The Desert Healthcare District and Foundation unveiled a brand new, 26-foot mobile medical clinic.
The $336,500 mobile clinic was purchased earlier this year with $175,000 in grant support from Coachella Valley Resource Conservation District. Adding up construction and operation costs, it's about a million-dollar investment.
A ribbon-cutting ceremony was held Friday on the Desert Regional Medical Center campus in Palm Springs. Officials offered tours of the clinic.
Officials said this will help the organizations deliver healthcare and related services directly to underserved Coachella Valley communities in need.
Dr. Gemma Kim with Desert Physicians Medical Group has envisioned a mobile unit since they started their Street Medicine Program more than ten years ago.
"It's almost too good to be true," said Kim. "It can really help to spread our access and provide access to those communities who really need us."
She said locals in need, like migrant farmworkers, refugees, senior citizens, and the homeless will be able to access the free healthcare clinic.
It has two patient exam rooms, a waiting area, air conditioning, and the ability to do telemedicine. The clinic will also provide vaccinations, prescriptions, and mental health services.
Desert Healthcare District and Foundation CEO Conrado Barzaga said he listened to east valley residents who requested a mobile clinic.
"We're working on plans to develop that healthcare infrastructure-- bringing more services to the east valley," said Barzaga. "Everyone who needs access to healthcare services and they don't have access is going to receive it."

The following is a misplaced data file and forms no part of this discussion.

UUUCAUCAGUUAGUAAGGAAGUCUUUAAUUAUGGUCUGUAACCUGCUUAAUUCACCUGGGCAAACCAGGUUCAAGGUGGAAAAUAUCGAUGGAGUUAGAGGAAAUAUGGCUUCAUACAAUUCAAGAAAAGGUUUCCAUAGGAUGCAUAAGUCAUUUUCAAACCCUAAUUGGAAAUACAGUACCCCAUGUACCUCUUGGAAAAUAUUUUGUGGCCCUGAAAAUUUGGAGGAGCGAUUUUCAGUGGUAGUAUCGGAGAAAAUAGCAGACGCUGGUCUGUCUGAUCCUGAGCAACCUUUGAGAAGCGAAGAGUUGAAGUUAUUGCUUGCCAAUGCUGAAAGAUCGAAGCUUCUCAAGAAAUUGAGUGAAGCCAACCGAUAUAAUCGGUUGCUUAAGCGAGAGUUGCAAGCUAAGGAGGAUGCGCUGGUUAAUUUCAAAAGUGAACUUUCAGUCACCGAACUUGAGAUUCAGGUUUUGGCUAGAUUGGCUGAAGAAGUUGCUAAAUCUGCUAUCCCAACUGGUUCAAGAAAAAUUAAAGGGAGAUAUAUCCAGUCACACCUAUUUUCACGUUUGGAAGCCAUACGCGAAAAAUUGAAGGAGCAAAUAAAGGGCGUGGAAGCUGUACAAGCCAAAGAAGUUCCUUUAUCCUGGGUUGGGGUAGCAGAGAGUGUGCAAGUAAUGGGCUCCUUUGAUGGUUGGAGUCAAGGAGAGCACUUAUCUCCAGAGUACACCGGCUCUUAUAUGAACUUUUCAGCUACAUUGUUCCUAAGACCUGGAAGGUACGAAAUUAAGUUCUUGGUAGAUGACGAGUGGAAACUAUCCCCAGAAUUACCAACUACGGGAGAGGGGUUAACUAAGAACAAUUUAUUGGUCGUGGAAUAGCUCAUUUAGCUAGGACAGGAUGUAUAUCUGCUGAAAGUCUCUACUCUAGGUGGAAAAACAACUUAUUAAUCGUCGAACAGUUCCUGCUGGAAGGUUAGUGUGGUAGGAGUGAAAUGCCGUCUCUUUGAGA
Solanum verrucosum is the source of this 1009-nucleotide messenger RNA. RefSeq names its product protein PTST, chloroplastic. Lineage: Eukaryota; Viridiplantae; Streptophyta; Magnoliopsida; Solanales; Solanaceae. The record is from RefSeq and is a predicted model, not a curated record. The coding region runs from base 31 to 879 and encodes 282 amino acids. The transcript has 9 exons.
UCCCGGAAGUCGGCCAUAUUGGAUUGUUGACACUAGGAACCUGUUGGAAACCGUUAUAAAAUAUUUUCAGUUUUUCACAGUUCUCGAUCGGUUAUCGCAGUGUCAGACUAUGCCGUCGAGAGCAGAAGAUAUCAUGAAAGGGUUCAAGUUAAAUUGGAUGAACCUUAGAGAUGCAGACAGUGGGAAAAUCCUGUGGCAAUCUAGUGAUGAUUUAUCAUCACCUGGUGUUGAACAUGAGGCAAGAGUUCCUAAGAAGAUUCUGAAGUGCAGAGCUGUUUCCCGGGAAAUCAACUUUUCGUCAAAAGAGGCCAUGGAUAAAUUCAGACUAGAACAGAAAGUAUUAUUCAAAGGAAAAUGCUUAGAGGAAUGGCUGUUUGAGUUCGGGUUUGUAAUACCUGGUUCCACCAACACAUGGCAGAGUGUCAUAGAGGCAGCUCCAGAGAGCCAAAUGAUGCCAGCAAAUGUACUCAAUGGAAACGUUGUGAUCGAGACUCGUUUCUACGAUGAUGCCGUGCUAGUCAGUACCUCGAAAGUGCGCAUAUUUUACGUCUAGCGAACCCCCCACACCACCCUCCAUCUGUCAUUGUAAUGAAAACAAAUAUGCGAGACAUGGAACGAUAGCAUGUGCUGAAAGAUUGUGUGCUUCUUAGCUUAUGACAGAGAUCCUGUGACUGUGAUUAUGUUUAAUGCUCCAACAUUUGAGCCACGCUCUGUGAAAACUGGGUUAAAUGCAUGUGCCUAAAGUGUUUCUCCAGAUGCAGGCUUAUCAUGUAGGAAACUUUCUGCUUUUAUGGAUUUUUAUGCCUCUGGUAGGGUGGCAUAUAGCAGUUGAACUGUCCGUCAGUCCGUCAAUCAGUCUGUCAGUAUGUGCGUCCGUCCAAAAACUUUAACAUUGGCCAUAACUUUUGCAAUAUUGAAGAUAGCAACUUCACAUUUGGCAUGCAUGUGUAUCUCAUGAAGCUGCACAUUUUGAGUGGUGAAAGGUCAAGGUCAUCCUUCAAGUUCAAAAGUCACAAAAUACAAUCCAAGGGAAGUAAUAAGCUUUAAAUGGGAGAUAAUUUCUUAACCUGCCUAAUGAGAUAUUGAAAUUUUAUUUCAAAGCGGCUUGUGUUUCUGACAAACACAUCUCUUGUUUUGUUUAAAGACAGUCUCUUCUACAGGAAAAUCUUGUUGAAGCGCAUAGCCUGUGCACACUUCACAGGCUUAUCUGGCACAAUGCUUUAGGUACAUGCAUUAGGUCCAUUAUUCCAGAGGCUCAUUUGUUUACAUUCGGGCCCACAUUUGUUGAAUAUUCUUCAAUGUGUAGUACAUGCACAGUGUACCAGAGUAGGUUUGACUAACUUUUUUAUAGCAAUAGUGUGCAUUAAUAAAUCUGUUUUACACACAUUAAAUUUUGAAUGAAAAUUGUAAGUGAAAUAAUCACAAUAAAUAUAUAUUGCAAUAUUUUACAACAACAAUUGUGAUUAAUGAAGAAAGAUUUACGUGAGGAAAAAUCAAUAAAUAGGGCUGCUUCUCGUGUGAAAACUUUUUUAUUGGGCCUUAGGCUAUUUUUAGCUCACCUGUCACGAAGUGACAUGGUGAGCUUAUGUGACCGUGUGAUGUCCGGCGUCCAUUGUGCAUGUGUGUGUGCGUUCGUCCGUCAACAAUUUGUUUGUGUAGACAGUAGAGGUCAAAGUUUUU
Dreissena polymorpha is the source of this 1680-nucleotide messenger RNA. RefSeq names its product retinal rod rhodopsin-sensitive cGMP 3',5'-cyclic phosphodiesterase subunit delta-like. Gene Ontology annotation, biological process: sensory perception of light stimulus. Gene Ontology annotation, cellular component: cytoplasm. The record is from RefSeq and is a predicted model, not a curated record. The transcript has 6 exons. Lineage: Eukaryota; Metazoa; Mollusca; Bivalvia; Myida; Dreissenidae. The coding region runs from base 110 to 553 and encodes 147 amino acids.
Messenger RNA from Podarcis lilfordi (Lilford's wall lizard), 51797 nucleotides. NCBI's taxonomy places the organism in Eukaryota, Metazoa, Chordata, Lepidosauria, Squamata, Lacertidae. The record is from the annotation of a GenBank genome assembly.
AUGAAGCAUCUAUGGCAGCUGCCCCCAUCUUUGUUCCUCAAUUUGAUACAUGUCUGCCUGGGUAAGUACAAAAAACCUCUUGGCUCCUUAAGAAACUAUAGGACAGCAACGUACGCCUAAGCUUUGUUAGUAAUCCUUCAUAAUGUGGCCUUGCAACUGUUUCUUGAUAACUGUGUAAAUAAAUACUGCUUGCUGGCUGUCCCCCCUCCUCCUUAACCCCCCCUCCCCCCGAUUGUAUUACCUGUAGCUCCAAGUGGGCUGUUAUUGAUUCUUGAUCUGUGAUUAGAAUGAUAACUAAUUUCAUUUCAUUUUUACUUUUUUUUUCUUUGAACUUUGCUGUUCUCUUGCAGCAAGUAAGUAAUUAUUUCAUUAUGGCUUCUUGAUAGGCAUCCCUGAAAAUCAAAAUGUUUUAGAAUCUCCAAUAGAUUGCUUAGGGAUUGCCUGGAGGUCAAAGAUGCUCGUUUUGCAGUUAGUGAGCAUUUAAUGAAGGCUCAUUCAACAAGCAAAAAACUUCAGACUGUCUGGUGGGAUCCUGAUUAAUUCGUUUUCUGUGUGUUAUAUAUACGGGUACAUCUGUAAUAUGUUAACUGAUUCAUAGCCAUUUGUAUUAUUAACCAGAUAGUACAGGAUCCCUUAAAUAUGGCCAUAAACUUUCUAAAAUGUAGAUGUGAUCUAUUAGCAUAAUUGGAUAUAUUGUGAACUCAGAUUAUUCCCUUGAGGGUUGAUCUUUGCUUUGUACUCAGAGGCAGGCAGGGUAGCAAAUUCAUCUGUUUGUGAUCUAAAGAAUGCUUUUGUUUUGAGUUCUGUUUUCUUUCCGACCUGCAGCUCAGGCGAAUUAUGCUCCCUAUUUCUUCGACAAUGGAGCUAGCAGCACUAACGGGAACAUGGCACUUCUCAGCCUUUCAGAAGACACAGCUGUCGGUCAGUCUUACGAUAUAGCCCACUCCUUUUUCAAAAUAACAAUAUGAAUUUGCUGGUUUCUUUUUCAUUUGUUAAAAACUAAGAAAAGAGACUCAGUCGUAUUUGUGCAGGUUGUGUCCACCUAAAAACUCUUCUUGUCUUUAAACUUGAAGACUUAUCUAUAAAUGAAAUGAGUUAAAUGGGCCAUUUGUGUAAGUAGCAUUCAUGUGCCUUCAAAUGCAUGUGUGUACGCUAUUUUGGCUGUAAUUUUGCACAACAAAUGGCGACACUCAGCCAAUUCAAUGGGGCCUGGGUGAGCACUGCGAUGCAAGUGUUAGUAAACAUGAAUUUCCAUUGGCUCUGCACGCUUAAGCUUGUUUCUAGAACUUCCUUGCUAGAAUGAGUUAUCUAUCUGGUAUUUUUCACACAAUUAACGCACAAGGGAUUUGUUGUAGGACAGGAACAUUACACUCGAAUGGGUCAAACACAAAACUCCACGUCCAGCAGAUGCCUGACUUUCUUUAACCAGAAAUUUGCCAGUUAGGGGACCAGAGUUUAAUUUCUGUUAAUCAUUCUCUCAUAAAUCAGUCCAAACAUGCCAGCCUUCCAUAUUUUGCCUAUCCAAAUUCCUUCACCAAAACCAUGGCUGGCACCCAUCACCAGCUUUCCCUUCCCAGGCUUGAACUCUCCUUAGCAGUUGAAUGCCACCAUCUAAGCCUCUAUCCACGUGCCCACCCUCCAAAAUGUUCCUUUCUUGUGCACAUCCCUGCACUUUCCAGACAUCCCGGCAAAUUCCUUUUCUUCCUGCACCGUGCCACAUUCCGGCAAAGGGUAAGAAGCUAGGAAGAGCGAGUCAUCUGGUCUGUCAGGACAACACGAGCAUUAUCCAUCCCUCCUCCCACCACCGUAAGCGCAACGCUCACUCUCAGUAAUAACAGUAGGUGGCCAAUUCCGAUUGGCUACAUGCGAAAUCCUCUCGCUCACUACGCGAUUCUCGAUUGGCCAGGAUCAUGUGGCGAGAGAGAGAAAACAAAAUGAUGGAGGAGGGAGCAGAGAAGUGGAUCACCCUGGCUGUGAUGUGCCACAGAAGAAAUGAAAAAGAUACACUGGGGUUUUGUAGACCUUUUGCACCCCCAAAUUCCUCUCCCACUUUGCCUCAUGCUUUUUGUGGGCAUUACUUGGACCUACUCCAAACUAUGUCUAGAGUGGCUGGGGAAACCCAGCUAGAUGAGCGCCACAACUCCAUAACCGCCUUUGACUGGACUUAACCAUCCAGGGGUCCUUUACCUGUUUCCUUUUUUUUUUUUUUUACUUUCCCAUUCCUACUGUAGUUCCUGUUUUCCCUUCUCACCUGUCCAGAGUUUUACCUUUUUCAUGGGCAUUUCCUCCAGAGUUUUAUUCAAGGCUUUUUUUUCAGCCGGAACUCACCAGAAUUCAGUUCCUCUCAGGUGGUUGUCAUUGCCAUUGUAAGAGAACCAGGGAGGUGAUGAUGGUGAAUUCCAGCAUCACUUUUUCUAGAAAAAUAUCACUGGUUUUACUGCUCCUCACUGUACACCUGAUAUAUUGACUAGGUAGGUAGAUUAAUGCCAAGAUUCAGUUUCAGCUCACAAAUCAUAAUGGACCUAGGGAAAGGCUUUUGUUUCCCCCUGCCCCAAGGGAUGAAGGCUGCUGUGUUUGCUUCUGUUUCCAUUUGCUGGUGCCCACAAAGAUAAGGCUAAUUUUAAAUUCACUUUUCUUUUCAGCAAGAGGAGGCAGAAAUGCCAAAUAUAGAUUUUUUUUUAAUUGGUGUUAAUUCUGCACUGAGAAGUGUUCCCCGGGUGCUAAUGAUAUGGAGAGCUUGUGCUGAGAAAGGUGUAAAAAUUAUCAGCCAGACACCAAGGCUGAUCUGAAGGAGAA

Medical students from the Sal State San Bernardino Palm Desert campus will help run the clinic.
"Ever since we're like little, we're all taught to like, you know, when we see a stranger to keep walking, and now it's gonna give us the opportunity to communicate with this vulnerable population," said senior nursing student Jessica Rodriguez.
Clinic organizers say they hope to help students understand and connect with the community they're serving to build a lasting impact.
"We're trying to also create healthcare leaders in our community, who will take that initiative to address all the social determinants of health that we need," said Kim.
A schedule of dates, times, and locations for the mobile clinic is being planned and will be posted on dhcd.org and social media sites by the end of the year.
"We are so excited to work with the Desert Healthcare District to bring our vision of bridging health and community into reality so that we can continue to provide the highest quality and personalized care to the underserved populations in the valley that is patient-, family-, and community-centered," said Dr. Tae Kim of DPMG Health.
Coachella Valley Resource Conservation District Vice-President Blaine Carian and George Tudor, founding president of Growing Coachella Valley, said they both appreciate that the mobile clinic will provide access to health services previously unavailable to the farmworker population in the eastern valley.
The need for a mobile unit was highlighted during the onset of the COVID-19 pandemic, Carian said.
"When agricultural workers were deemed essential, the ag community set up sites for vaccinations. This was effective but difficult. Everyone involved was looking for an easier process," Carian said.